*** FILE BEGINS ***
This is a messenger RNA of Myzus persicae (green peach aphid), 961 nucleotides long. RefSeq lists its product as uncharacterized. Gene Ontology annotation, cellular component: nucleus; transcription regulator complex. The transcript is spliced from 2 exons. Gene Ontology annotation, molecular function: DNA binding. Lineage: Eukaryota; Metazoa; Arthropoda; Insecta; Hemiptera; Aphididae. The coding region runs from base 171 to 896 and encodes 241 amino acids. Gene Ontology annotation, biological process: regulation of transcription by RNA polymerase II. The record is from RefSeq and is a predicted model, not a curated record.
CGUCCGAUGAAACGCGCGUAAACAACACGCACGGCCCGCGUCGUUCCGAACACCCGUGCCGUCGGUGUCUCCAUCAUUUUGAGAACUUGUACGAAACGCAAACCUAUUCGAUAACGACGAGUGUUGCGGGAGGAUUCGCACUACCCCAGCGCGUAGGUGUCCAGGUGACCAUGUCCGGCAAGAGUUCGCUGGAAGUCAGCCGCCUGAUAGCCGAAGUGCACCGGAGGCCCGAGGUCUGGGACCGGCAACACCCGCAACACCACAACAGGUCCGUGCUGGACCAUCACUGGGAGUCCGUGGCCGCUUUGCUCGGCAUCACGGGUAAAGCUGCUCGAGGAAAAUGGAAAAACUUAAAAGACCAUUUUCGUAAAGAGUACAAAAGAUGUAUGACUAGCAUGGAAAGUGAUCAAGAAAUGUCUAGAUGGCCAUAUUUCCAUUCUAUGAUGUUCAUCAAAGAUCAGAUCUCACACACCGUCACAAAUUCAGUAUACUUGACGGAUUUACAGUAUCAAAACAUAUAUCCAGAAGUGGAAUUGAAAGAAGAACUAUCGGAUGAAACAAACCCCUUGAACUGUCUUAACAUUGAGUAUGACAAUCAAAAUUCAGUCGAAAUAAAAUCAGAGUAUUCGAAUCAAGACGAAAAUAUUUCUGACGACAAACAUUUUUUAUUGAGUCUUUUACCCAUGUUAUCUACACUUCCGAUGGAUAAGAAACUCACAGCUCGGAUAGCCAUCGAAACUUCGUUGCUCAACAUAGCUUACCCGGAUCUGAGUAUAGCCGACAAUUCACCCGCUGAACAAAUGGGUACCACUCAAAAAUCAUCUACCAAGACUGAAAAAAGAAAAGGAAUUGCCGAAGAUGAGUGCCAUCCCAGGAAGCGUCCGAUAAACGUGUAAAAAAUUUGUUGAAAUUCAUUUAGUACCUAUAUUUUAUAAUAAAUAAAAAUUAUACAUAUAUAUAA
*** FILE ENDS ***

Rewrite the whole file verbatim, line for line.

This is a messenger RNA of Myzus persicae (green peach aphid), 961 nucleotides long. RefSeq lists its product as uncharacterized. Gene Ontology annotation, cellular component: nucleus; transcription regulator complex. The transcript is spliced from 2 exons. Gene Ontology annotation, molecular function: DNA binding. Lineage: Eukaryota; Metazoa; Arthropoda; Insecta; Hemiptera; Aphididae. The coding region runs from base 171 to 896 and encodes 241 amino acids. Gene Ontology annotation, biological process: regulation of transcription by RNA polymerase II. The record is from RefSeq and is a predicted model, not a curated record.
CGUCCGAUGAAACGCGCGUAAACAACACGCACGGCCCGCGUCGUUCCGAACACCCGUGCCGUCGGUGUCUCCAUCAUUUUGAGAACUUGUACGAAACGCAAACCUAUUCGAUAACGACGAGUGUUGCGGGAGGAUUCGCACUACCCCAGCGCGUAGGUGUCCAGGUGACCAUGUCCGGCAAGAGUUCGCUGGAAGUCAGCCGCCUGAUAGCCGAAGUGCACCGGAGGCCCGAGGUCUGGGACCGGCAACACCCGCAACACCACAACAGGUCCGUGCUGGACCAUCACUGGGAGUCCGUGGCCGCUUUGCUCGGCAUCACGGGUAAAGCUGCUCGAGGAAAAUGGAAAAACUUAAAAGACCAUUUUCGUAAAGAGUACAAAAGAUGUAUGACUAGCAUGGAAAGUGAUCAAGAAAUGUCUAGAUGGCCAUAUUUCCAUUCUAUGAUGUUCAUCAAAGAUCAGAUCUCACACACCGUCACAAAUUCAGUAUACUUGACGGAUUUACAGUAUCAAAACAUAUAUCCAGAAGUGGAAUUGAAAGAAGAACUAUCGGAUGAAACAAACCCCUUGAACUGUCUUAACAUUGAGUAUGACAAUCAAAAUUCAGUCGAAAUAAAAUCAGAGUAUUCGAAUCAAGACGAAAAUAUUUCUGACGACAAACAUUUUUUAUUGAGUCUUUUACCCAUGUUAUCUACACUUCCGAUGGAUAAGAAACUCACAGCUCGGAUAGCCAUCGAAACUUCGUUGCUCAACAUAGCUUACCCGGAUCUGAGUAUAGCCGACAAUUCACCCGCUGAACAAAUGGGUACCACUCAAAAAUCAUCUACCAAGACUGAAAAAAGAAAAGGAAUUGCCGAAGAUGAGUGCCAUCCCAGGAAGCGUCCGAUAAACGUGUAAAAAAUUUGUUGAAAUUCAUUUAGUACCUAUAUUUUAUAAUAAAUAAAAAUUAUACAUAUAUAUAA